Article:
White House: Most kids at border won’t stay in US
WASHINGTON (AP) — The White House said Monday that most unaccompanied migrant children arriving at the U.S.-Mexico border are unlikely to qualify for humanitarian relief that would prevent them from being sent back to their home countries.
The warning came as the White House finalized a spending request to Congress detailing the additional resources President Barack Obama wants to hire more immigration judges and open additional detention facilities to deal with the border crisis. White House officials said they planned to send the more than $2 billion request to lawmakers on Tuesday.
White House spokesman Josh Earnest said that while the administration will allow the immigration review process to take place, officials don’t expect many of the children arriving at the border to be able to stay in the U.S.
“It’s unlikely that most of these kids will qualify for humanitarian relief,” Earnest said. “It means they will not have a legal basis for remaining in this country and will be returned.”
Some 9,700 unaccompanied children from Central America were taken into custody in the U.S. in May alone. Most are from Guatemala, Honduras and El Salvador, where spikes in violence and poverty are prompting parents to send their children on difficult and dangerous journeys north.
Their numbers have overwhelmed U.S. agencies.
It’s unclear how quickly the immigration review process will unfold. Homeland Security Secretary Jeh Johnson acknowledged Sunday that such proceedings might be long delayed, and he said that coping with floods of unaccompanied minors crossing the border is a legal and humanitarian dilemma for the United States.
“Our border is not open to illegal migration, and we are taking a number of steps to address it, including turning people around faster,” Johnson told NBC’s “Meet the Press.” At the same time, he said, the administration is “looking at ways to create additional options for dealing with the children in particular, consistent with our laws and our values.”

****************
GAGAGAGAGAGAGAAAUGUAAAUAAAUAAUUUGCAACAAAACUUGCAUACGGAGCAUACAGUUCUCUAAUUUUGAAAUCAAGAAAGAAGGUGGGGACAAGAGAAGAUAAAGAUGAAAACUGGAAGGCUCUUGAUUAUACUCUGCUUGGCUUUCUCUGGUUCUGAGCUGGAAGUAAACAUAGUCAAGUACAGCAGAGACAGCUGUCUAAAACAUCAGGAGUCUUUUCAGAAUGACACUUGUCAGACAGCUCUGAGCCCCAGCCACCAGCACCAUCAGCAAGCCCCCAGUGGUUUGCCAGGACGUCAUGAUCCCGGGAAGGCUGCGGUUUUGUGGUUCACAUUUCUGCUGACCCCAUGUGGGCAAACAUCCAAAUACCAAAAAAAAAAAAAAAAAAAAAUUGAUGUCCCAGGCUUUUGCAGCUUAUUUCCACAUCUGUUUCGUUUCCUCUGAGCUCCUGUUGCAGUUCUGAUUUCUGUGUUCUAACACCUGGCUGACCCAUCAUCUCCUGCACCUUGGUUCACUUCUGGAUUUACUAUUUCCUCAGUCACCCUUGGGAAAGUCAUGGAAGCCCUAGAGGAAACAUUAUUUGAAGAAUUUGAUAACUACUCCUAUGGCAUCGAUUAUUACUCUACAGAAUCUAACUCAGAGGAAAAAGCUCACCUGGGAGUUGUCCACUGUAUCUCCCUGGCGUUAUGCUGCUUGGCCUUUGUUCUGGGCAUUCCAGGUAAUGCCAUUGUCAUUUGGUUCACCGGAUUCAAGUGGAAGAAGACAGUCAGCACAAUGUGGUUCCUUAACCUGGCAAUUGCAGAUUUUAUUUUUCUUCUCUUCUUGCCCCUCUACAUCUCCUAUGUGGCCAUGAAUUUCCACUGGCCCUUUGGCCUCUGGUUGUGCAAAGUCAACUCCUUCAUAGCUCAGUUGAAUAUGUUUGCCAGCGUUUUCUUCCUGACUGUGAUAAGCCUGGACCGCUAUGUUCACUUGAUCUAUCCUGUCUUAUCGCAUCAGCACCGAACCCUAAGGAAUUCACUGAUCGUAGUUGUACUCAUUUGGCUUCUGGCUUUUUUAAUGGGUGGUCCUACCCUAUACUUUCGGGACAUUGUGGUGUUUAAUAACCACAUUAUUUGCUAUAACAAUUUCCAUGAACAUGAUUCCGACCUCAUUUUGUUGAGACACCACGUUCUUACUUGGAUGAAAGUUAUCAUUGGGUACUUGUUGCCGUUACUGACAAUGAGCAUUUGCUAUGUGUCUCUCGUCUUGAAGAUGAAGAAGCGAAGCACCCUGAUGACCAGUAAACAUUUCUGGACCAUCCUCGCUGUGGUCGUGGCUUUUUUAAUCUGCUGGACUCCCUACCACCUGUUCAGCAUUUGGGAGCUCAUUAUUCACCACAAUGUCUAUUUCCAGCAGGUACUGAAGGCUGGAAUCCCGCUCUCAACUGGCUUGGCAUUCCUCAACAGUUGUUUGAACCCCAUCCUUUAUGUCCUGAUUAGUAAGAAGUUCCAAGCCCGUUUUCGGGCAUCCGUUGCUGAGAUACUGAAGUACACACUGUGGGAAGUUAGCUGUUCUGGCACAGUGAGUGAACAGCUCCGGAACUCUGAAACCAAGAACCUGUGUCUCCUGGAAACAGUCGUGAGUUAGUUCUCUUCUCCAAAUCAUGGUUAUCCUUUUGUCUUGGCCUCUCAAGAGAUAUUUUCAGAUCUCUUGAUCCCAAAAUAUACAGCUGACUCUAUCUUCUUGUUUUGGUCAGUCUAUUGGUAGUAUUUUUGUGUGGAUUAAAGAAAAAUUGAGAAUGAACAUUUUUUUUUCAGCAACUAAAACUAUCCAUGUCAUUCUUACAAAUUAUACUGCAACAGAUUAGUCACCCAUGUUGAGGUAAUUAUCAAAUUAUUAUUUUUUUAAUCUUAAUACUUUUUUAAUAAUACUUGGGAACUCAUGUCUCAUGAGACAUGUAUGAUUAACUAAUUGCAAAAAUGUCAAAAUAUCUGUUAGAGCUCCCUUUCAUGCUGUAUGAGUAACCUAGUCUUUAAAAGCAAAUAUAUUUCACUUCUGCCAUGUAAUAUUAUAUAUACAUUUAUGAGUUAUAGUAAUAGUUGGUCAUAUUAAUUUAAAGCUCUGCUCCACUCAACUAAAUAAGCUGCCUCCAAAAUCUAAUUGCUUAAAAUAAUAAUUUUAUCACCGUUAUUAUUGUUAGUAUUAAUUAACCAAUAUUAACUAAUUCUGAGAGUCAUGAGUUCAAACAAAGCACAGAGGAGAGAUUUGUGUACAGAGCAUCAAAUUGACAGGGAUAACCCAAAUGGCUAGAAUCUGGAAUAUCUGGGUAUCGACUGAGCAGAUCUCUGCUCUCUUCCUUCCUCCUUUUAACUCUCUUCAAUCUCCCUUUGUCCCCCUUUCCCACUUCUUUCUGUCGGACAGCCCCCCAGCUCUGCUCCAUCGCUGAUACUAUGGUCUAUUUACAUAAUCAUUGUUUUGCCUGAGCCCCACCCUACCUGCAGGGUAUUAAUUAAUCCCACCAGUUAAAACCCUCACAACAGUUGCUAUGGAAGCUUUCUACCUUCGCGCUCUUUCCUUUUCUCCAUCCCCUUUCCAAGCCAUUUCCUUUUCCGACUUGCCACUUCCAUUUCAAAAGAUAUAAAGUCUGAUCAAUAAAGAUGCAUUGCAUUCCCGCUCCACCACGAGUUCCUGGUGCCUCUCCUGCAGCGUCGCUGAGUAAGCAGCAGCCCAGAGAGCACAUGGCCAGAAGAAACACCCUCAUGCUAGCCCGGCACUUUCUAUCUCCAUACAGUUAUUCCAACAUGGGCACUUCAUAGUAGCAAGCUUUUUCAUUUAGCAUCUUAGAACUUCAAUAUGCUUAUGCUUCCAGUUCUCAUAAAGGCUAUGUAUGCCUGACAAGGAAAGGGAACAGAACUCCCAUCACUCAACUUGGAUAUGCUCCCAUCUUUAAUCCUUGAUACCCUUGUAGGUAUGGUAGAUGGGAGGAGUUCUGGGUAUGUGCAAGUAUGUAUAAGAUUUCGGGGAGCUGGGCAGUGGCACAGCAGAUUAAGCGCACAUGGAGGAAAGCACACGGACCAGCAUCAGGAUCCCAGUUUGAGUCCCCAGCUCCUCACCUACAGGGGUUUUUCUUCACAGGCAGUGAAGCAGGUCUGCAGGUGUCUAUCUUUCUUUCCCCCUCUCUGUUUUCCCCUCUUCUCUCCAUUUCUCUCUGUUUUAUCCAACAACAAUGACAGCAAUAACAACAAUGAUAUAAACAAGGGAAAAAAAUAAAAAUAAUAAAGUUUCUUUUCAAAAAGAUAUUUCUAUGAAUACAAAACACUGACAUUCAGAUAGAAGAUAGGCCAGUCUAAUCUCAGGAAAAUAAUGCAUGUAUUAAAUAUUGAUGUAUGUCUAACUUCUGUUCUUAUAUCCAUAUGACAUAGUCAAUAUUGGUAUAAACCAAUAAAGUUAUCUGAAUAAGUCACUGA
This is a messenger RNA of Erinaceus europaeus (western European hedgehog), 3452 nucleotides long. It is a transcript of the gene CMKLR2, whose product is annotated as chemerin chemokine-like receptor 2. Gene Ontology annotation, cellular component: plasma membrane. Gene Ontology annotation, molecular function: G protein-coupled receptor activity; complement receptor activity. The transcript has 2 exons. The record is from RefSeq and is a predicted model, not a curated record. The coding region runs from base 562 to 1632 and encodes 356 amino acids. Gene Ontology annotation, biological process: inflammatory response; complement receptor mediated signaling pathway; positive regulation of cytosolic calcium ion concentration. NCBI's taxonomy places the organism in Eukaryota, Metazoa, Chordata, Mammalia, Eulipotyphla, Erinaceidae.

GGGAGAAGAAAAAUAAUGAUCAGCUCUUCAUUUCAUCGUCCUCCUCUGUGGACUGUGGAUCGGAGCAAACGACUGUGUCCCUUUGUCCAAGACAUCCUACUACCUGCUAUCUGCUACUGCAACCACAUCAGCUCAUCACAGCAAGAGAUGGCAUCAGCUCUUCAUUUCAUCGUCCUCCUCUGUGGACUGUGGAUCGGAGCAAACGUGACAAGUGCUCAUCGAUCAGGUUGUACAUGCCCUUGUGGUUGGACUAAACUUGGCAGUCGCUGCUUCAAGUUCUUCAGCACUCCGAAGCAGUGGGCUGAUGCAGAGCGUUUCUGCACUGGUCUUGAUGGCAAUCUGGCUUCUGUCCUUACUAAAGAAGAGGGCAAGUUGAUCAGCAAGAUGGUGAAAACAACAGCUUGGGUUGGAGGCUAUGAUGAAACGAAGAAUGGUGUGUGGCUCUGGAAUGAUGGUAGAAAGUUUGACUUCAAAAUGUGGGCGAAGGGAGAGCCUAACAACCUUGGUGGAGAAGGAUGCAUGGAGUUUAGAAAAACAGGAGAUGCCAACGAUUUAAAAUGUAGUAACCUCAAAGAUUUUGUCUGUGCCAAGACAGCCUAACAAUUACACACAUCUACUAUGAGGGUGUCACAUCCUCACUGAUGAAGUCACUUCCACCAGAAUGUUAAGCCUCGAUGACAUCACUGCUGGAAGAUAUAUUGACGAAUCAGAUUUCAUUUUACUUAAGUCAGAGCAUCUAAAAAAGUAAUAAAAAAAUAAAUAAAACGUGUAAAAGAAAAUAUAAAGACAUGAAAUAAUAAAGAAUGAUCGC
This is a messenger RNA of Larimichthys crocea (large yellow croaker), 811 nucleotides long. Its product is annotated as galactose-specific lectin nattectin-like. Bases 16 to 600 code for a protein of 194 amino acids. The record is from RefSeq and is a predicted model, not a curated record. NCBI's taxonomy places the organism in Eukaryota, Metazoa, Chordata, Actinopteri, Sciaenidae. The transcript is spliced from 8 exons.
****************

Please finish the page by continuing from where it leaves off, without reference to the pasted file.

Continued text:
Repeatedly pressed to say whether thousands of Central American children will be deported promptly, Johnson said, “We need to find more efficient, effective ways to turn this tide around generally, and we’ve already begun to do that.”
A George W. Bush-era law to address human trafficking prevents the government from returning these children to their home countries without taking them into custody and eventually through a deportation hearing. Minors from Mexico and Canada, by contrast, can be sent back across the border more easily. The administration says it wants more flexibility under the law.
Johnson said the administration has dramatically sped up the processing of adults who enter the country illegally, and it is opening more detention facilities.
Unaccompanied Central American children generally are being released to relatives already in the United States. Mothers with their children often are released with a notice to appear later in immigration court.
Meanwhile, word of seemingly successful border crossings reaches their home countries, encouraging others to try.
Johnson said the U.S. government is trying to send the message that all people who enter the country illegally will face deportation proceedings eventually. In Central America, he said, “the criminal smuggling organizations are putting out a lot of disinformation about supposed free passes into this country” that will expire soon. “We’re cracking down on the smuggling organizations by surging law enforcement resources,” Johnson said.
Johnson and others are warning of the dangers that immigrants, and especially children, face when the try to reach the United States on their own. Johnson is scheduled to meet with Guatemalan officials later this week.
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